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The challenge is: if $f:\mathbb{R}\to\mathbb{R}$ is a continuous function, then $$\lim_{t\to0+}\frac{1}{\pi}\int_{-1}^1\frac{tf(x)}{t^2+(x-a)^2}\,\mathrm{d}x=f(a)$$ for every $a\in[-1,1]$

My attemps:

  1. Under certainly conditions, i put the limit symbol under the integral sign, but the limit would be $0$. So it is a bad idea.

  2. Therefore, i think use Weierstrass theorem for $f$ in $[-1,1]$, but i can't solve the problem in the case of $f(x)=x^n$.

What do you recommendme?

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    $\begingroup$ It could be insightful to start proving the result when $f(x)$ is a constant function. In any case, that $1/ \pi$ makes me think we need Fourier series. $\endgroup$
    – Crostul
    Mar 2 at 22:14
  • $\begingroup$ To add to @Crostul's suggestion, another possibly useful thing could be to assume that $f$ is periodic with a period of $2$ since the equation is only concerned with $a \in [-1, 1]$. (However, this may lead to $f$ being discontinuous at odd integers.) $\endgroup$ Mar 2 at 22:18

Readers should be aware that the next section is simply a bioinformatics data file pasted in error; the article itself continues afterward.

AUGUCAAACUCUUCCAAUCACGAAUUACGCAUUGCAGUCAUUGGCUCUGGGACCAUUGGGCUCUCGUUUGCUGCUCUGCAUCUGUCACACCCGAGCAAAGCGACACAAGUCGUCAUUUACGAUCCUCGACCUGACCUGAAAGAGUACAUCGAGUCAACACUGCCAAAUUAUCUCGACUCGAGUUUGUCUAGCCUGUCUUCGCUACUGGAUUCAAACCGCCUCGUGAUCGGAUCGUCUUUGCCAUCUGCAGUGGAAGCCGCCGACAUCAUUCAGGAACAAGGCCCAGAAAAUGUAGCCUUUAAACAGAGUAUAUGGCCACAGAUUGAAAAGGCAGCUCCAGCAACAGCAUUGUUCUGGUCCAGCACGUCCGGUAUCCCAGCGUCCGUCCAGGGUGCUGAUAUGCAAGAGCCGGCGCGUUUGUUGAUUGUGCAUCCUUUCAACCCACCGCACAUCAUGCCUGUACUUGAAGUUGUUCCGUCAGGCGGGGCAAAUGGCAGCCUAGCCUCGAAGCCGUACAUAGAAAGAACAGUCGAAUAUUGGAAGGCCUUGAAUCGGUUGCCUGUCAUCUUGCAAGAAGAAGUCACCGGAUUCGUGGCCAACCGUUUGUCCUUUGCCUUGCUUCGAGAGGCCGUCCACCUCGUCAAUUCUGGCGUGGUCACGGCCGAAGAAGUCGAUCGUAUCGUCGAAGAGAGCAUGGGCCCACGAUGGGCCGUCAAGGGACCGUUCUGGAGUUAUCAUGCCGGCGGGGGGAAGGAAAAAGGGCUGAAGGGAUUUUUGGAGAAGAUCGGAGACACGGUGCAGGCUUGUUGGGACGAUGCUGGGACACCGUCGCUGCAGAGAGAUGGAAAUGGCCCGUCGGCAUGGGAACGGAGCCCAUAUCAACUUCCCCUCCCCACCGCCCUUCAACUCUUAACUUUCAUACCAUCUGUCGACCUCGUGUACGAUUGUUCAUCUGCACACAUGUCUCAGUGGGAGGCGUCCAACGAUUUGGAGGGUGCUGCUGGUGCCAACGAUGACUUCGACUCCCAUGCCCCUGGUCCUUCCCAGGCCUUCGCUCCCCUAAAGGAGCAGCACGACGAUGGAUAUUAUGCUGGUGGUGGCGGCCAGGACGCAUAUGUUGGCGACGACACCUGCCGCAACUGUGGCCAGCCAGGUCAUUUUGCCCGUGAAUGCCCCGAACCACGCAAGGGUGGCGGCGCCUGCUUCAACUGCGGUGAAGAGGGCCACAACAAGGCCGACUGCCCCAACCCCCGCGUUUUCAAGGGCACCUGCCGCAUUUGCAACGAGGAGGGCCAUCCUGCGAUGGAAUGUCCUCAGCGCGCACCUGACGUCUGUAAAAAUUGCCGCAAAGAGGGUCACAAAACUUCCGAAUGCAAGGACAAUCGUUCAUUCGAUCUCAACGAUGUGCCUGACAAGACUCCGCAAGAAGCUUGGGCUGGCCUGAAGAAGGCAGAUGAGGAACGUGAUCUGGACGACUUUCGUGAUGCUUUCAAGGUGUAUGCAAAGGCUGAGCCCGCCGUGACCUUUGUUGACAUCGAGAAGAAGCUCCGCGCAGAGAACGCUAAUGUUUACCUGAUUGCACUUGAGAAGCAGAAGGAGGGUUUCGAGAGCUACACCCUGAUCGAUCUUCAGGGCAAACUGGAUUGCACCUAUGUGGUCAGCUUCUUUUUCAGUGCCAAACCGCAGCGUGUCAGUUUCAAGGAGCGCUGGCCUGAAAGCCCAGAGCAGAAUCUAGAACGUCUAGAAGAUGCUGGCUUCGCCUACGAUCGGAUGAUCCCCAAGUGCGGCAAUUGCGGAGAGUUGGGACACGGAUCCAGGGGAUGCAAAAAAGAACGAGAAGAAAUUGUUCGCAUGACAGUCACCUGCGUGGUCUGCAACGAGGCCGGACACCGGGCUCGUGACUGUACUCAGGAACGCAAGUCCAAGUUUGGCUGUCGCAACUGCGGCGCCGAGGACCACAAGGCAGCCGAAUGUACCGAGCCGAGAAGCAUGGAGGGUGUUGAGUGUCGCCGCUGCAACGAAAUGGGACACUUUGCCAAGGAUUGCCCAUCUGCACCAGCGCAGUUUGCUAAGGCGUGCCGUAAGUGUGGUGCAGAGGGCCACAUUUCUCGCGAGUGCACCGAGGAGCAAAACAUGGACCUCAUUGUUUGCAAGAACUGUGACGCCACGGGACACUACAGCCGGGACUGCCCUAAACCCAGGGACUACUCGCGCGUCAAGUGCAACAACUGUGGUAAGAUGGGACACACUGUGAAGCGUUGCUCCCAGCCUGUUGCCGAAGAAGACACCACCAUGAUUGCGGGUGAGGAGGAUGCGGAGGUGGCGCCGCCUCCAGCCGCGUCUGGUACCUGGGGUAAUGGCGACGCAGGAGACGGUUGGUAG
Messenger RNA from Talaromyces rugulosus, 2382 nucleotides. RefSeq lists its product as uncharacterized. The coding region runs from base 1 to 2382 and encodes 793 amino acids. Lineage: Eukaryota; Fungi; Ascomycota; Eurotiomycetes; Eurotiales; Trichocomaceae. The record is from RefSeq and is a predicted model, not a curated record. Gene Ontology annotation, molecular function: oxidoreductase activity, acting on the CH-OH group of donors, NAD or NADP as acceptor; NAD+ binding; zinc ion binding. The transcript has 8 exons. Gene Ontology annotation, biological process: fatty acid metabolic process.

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I consider the case $a=0$.

Note that $$\lim_{t \to 0 } \int_{-1}^1 \frac{tf(0)}{t^2+x^2} dx = f(0) \lim_{t \to 0} \left( \arctan(1/t) - \arctan(-1/t) \right) = \pi f(0).$$

This essentially reduces the problem to the case where $f(0)=0$.

If $f(0)=0$, by continuity for every $\epsilon > 0$ there exists a $\delta > 0$ such that $|f(x)| \le \epsilon$ for $|x| \le \delta$. It then follows that $$\lim_{t \to 0} \int_{|x| > \delta} \frac{tf(x)}{t^2+x^2} dx = \int_{|x| > \delta} \lim_{t \to0} \frac{tf(x)}{t^2+x^2} dx = \int_{|x|>\delta} 0 \, dx = 0.$$ On the other hand, we have $$ \left| \lim_{t \to 0} \int_{-\delta}^\delta \frac{tf(x)}{t^2+x^2} dx \right| \le \lim_{t \to 0} \int_{-\delta}^\delta \left| \frac{tf(x)}{t^2+x^2} \right| dx \le 2\epsilon \lim_{t \to 0} \int_{0}^\delta \frac{t}{t^2+x^2} dx = \lim_{t \to 0} 2\epsilon \arctan(\delta/t) = 2\pi \epsilon. $$ It follows that $$\left| \lim_{t \to 0} \int_{-1}^1 \frac{tf(x)}{t^2+x^2} dx \right| \le 2\pi \epsilon$$ for all $\epsilon > 0$, so $\lim_{t \to 0} \int_{-1}^1 \frac{tf(x)}{t^2+x^2} dx = 0$.

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  • $\begingroup$ At first I didn't understand how your reduction to the $f(0)=0$ case worked, so to clarify it here: we write $f(x)=f(0)+g(x)$, so that $g(0)=0$, and integrate the resulting two terms separately. $\endgroup$
    – Karl
    Mar 2 at 23:22

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